Another worshipper, Marie Parcou, 66, watched as her husband Jules, was struck from behind. "My husband was spouting blood and I had to pull him to the ground before the maniac chopped his head off," she said.

While the reaction of most was to escape, some of the congregation had the presence of mind and courage to try and stop the assailant, knowing that if they did not, there would almost certainly be fatalities.

They used whatever came to hand - music stands, candlesticks and furniture. One man jumped into the aisle and tried to fend off the sword with a chair, which he held above his head. "It was like he was fighting off a wild animal. That is the only way to describe it," said one of the congregation.

From his seat to the side of the altar, choir member and an off-duty police officer Tom Tracey watched in horror as another congregation member tried to stop the man with a crucifix-topped staff. Springing to his feet, PC Tracey, 40, grasped an organ pipe that had been broken off by fleeing people, and went to join the fray.

"It was just instinctive," said PC Tracey, whose teenage daughter had been sitting behind him in the church. He said people's faces showed "pure fear" as they rushed past him, but that there was "surprisingly little noise at first, the screaming came later. People were stunned".

Facing the assailant head-on in the middle of the aisle, he struck the man across the head with the organ pipe. Apparently oblivious to the blow, the man carried on slashing at people. It was at this point - as he drew back the sword for another blow - that one of the congregation was able to throw their arms around him. Immediately around half-a-dozen others joined in, wrestling the man to the ground. One person stood on his hand to make him release the sword.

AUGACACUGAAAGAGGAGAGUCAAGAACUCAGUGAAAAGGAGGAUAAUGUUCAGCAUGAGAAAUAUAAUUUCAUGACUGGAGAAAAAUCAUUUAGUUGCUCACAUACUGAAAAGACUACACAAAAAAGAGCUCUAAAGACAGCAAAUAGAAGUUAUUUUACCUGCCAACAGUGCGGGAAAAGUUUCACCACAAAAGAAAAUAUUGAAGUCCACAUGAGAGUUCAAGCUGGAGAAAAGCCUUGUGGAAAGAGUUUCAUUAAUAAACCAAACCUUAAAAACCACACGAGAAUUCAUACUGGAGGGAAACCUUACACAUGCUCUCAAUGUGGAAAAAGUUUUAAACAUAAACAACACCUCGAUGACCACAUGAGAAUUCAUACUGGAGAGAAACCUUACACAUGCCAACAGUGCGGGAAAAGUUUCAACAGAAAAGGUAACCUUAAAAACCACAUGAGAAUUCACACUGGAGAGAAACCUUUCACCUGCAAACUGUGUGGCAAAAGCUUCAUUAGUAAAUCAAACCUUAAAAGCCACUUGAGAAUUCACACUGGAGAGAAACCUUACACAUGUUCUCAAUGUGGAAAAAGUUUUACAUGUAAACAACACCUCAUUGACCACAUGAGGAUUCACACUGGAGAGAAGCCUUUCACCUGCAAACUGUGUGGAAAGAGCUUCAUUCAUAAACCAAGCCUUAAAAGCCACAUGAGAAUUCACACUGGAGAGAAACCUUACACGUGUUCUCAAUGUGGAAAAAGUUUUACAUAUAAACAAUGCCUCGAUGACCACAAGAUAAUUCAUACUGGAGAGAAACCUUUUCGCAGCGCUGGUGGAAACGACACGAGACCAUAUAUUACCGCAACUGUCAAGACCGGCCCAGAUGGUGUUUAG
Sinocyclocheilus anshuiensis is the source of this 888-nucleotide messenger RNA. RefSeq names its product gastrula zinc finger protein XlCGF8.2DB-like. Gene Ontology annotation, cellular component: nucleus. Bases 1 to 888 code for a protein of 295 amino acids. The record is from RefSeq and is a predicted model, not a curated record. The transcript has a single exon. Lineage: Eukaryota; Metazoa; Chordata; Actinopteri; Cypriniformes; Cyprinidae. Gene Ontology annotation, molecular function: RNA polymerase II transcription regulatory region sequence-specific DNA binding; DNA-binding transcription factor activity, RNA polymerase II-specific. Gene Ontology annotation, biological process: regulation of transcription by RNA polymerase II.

Minutes later police arrived, creating more chaos as they poured into the church armed with machine-guns, before taking the suspect away.

Children attending Sunday School in the neighbouring church hall narrowly missed becoming caught up in the mayhem. They had been preparing to come back into the church as the man began his rampage.

The most seriously injured man was found slumped on a pavement two streets away. He had run from the church pouring blood after having his jaw and neck deeply slashed and his finger and thumb chopped off.

Mayday University Hospital, Croydon, received 10 casualties. Chief executive Keith Ford said last night that three were still in theatre, the most serious being a man with severe injuries to the face and hand.

Consultant Kambiz Hashemi said five surgeons were working on the badly injured man. Attempts were being made to sew his thumb and index finger back on after another churchgoer handed them to a paramedic. He said the man had the worst injuries he had ever seen.

The bottom of his face was "literally hanging off". The blade had sliced through the man's mouth down into his jaw and then to his neck.

Home Secretary Jack Straw said last night: "I would like to extend my deep sympathy to those injured, and to relatives and friends.

"It is difficult to think of anything more shocking than having the serenity of a religious service shattered in this way."